Thursday, August 29, 2013

Turmoil in emerging markets: NOT a repeat of 1997

One of our most often used phrases with respect to emerging markets is that while they don’t suffer the same structural problems as many post-GFC developed economies they have plenty of their own to contend with.  Events of the last few days, especially in some of the larger high current account deficit countries such as India, Indonesia and Brazil, are a recognition of those challenges as the US Federal Reserve looks to start tapering its asset purchase program.

The issue is that Fed tapering means reduced global liquidity at a time when some emerging market current account deficits have been deteriorating, admittedly for some time, requiring greater capital inflows to fund them.  It never ceases to amaze me how financial markets tend to react to current account deterioration in some countries including New Zealand; the deterioration is tolerated until, quite suddenly, it’s not.

The recent deterioration in current account balances has been significant.  I have focussed on Indonesia, India and Brazil given that in US dollar terms these deficits are amongst some of the largest in the world.


I tend to be more accepting of current account deficits in emerging markets.  From an economic development perspective it makes sense that developing countries should run current account deficits as investment is front-loaded before incomes have risen sufficiently to generate a pool of domestic savings.  But that’s only OK if what we are seeing is a gap between savings and investment rather than excessive consumption.  I am actually more concerned with some emerging country budget deficits and the high costs of domestic subsidies (for fuel for example) than I am about their current account deficits.  Of course getting budget deficits under control improves national savings which will in turn assist with the current account deficit.

But I digress.  Some have likened the current situation to a repeat of the 1997 Asian Financial Crisis (AFC).  I disagree. For a start, exchange rate regimes in Asia are typically more flexible now.  Exchange rates have depreciated significantly in recent months; the Indian Rupee is down 20% this year and the Indonesian Rupiah is down 12%.  Furthermore, banks in Asia are in better shape than they were in 1997 and foreign exchange reserves are much higher.    In South America, the Brazilian Real is down 12.5% this year.

Also, external debt is lower now than it was in 1997.  Remember the Asian economies worked hard to improve their financial positions following the AFC.  Regular readers will know I subscribe to the “saving glut” theory as the genesis of the GFC.  Strong export-led growth post the AFC led to significant current account surpluses (i.e. emerging market savings) which were “consumed” by the developed world with America acting as borrower of last resort.  Be careful what you wish for.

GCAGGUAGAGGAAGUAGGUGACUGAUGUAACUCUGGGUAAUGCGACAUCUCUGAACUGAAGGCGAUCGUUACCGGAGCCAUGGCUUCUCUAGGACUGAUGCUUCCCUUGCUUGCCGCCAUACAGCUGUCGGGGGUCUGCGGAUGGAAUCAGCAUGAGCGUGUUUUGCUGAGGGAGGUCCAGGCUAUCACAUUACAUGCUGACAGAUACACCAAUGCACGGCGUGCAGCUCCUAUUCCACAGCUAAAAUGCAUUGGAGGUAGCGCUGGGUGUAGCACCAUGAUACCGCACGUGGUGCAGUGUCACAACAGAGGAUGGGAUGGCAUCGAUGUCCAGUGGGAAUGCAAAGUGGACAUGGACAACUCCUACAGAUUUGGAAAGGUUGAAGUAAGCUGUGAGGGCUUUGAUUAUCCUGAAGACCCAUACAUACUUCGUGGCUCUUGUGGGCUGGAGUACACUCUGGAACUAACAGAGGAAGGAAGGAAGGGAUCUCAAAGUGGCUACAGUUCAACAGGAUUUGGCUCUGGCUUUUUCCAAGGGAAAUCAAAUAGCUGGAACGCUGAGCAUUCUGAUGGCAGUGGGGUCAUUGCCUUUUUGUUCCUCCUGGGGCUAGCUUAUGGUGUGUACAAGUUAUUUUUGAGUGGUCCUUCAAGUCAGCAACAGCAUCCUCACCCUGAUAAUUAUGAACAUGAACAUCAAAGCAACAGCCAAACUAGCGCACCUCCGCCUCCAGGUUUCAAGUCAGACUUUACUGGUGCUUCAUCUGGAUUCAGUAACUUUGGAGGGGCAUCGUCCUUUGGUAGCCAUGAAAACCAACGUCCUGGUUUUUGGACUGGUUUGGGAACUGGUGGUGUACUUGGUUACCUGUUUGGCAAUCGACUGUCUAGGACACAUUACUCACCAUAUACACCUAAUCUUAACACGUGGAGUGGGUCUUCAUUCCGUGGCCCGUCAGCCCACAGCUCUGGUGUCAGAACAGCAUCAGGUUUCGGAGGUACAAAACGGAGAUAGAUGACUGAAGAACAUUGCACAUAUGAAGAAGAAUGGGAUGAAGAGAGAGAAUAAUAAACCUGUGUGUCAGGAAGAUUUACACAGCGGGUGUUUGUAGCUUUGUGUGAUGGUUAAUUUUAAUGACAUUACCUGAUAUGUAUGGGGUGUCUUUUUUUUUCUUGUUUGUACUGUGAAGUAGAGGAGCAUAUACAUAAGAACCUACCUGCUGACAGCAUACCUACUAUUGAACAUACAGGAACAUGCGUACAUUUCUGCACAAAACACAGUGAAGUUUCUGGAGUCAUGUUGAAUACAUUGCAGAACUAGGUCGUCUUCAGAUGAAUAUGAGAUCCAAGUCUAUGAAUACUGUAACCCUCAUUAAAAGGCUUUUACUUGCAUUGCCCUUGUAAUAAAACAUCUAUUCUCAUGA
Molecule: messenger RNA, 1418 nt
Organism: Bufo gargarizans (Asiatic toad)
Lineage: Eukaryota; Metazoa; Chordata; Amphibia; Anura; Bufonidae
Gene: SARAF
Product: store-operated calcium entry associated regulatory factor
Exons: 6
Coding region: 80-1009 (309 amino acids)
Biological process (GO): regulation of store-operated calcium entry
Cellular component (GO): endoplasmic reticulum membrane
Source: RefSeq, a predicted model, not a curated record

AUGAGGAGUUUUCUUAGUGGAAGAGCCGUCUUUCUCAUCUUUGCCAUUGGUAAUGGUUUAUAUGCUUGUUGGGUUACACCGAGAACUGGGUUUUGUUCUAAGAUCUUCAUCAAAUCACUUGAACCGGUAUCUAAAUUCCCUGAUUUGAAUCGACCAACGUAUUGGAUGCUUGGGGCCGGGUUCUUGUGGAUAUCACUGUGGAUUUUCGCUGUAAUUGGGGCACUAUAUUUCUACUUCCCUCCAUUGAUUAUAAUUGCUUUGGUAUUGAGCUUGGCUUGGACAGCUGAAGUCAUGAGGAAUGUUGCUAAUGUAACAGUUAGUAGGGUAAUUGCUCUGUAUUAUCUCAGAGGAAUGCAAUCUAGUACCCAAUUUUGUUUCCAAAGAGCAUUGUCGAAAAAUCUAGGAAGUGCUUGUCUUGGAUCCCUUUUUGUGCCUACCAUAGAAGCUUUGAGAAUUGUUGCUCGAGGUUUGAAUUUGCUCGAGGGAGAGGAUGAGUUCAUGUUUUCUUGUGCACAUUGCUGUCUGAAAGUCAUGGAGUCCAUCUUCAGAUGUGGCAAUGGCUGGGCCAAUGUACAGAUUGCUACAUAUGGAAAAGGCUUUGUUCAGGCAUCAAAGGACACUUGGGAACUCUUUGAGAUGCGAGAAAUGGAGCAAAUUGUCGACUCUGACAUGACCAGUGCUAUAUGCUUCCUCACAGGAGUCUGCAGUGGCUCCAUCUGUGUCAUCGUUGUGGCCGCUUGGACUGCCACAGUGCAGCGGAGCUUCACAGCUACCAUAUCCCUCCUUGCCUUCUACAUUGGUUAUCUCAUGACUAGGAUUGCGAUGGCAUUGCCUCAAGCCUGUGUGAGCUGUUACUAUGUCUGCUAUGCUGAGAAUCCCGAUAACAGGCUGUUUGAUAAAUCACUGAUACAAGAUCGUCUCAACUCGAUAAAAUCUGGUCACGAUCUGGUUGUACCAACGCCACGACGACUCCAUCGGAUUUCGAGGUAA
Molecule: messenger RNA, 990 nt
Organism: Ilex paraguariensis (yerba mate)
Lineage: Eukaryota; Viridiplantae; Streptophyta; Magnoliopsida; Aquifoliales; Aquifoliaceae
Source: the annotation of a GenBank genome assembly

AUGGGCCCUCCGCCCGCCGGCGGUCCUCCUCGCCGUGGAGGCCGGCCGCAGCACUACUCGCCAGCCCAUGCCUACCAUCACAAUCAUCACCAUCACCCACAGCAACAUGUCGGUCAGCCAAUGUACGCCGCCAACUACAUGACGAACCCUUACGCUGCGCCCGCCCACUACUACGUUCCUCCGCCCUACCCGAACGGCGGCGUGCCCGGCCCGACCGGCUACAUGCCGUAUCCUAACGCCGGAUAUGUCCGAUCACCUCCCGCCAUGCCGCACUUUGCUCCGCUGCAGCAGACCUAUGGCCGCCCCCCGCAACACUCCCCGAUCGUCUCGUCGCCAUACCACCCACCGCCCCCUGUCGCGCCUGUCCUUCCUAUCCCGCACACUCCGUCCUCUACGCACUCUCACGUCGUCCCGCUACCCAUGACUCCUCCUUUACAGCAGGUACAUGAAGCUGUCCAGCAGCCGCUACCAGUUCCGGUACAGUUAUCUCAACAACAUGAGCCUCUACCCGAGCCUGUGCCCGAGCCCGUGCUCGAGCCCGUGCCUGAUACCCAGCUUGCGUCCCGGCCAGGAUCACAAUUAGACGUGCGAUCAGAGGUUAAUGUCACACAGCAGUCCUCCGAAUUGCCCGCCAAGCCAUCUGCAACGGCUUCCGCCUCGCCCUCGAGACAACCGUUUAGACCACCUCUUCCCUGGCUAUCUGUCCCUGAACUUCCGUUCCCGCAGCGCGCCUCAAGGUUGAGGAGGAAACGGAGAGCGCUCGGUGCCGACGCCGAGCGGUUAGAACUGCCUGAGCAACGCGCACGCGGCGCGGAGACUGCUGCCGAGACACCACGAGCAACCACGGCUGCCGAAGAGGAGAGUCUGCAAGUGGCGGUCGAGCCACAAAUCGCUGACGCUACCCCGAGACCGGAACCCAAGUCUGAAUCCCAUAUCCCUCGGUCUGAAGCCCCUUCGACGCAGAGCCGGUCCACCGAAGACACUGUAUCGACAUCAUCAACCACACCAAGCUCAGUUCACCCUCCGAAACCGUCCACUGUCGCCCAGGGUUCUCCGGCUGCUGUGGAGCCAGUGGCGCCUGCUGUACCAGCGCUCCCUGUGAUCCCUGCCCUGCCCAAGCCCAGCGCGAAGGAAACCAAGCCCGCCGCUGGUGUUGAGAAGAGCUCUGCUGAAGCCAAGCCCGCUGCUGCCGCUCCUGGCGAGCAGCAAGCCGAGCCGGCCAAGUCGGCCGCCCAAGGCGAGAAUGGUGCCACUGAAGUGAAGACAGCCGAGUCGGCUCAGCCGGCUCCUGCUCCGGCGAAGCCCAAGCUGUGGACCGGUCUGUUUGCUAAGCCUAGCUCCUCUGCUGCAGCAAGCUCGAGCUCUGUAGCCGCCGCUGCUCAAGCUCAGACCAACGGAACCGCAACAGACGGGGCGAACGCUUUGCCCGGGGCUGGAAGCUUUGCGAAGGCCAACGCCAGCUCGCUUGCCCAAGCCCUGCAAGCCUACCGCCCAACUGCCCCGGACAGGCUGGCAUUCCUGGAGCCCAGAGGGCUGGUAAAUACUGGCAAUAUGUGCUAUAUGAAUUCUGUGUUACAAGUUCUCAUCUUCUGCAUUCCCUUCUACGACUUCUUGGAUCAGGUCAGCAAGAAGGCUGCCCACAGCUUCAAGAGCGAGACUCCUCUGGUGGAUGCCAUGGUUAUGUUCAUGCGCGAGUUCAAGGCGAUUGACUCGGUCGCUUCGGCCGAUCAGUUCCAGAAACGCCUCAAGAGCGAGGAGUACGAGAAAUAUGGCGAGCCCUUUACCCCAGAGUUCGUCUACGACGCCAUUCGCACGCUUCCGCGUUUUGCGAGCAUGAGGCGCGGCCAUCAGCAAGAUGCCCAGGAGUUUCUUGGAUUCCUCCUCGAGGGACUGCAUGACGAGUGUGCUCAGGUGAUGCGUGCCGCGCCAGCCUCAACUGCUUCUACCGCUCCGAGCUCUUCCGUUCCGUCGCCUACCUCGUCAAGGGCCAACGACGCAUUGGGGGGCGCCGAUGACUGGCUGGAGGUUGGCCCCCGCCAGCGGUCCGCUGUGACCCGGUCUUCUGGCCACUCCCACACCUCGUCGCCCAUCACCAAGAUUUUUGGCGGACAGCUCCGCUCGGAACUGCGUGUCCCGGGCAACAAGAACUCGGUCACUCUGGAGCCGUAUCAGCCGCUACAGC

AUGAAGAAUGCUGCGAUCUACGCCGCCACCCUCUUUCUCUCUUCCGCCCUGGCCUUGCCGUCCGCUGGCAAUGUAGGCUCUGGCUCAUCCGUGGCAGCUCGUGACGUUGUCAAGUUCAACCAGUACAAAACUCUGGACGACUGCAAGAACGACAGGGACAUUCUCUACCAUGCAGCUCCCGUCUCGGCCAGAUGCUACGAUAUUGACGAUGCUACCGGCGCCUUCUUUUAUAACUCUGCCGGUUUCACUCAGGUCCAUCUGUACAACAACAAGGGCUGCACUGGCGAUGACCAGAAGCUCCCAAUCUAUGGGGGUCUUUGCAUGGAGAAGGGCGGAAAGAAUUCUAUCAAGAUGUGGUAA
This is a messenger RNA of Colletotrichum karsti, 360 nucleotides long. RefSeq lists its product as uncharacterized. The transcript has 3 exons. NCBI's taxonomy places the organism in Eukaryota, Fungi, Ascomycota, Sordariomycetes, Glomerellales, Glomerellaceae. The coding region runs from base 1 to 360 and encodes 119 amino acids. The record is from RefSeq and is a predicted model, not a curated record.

We think we are actually on the verge of an improvement in many emerging market current account deficits.  A number of factors will contribute to this including the recent exchange rate depreciations which will improve export competitiveness and will act as a constraint (depending on elasticity of demand) on import growth.

Of course the currency depreciation will be inflationary but that is likely to be transitory.  That said, we think it’s still likely that Indonesia raises interest rates soon and while India has raised some interest rates to support capital inflows, we think they will be back to easing later this year on the back of weaker growth and relatively contained underlying inflationary pressures.  In Brazil the central bank has been raising interest rates, the latest move a 50bp hike this morning, but we think lower growth means inflation is unlikely to reach the heights we expected just a few months ago which means interest rate increases are nearly done.

We have also progressively lowered expected growth rates in India and Brazil this year. We now see India growth at 5.6% this year with Brazil likely to come in at around 2.0%.  With respect to the current account, weaker domestic demand means less import demand.    Also remember that from global growth perspective a relatively strong Japan and stabilisation in China and Europe are providing some offset.  In fact we look for stronger growth in developed economies over the next few quarters to support emerging market export growth.

So we don’t think the current situation is anywhere near as dire as it was in 1997. Indeed we expect some improvement in emerging market current account deficits over the next few months.  However the recent angst highlights that the need for growth enhancing structural reform is not just a developed market phenomenon.  In the meantime, expect concern around key current account deficit emerging economies to linger until some turnaround in their external positions becomes clear.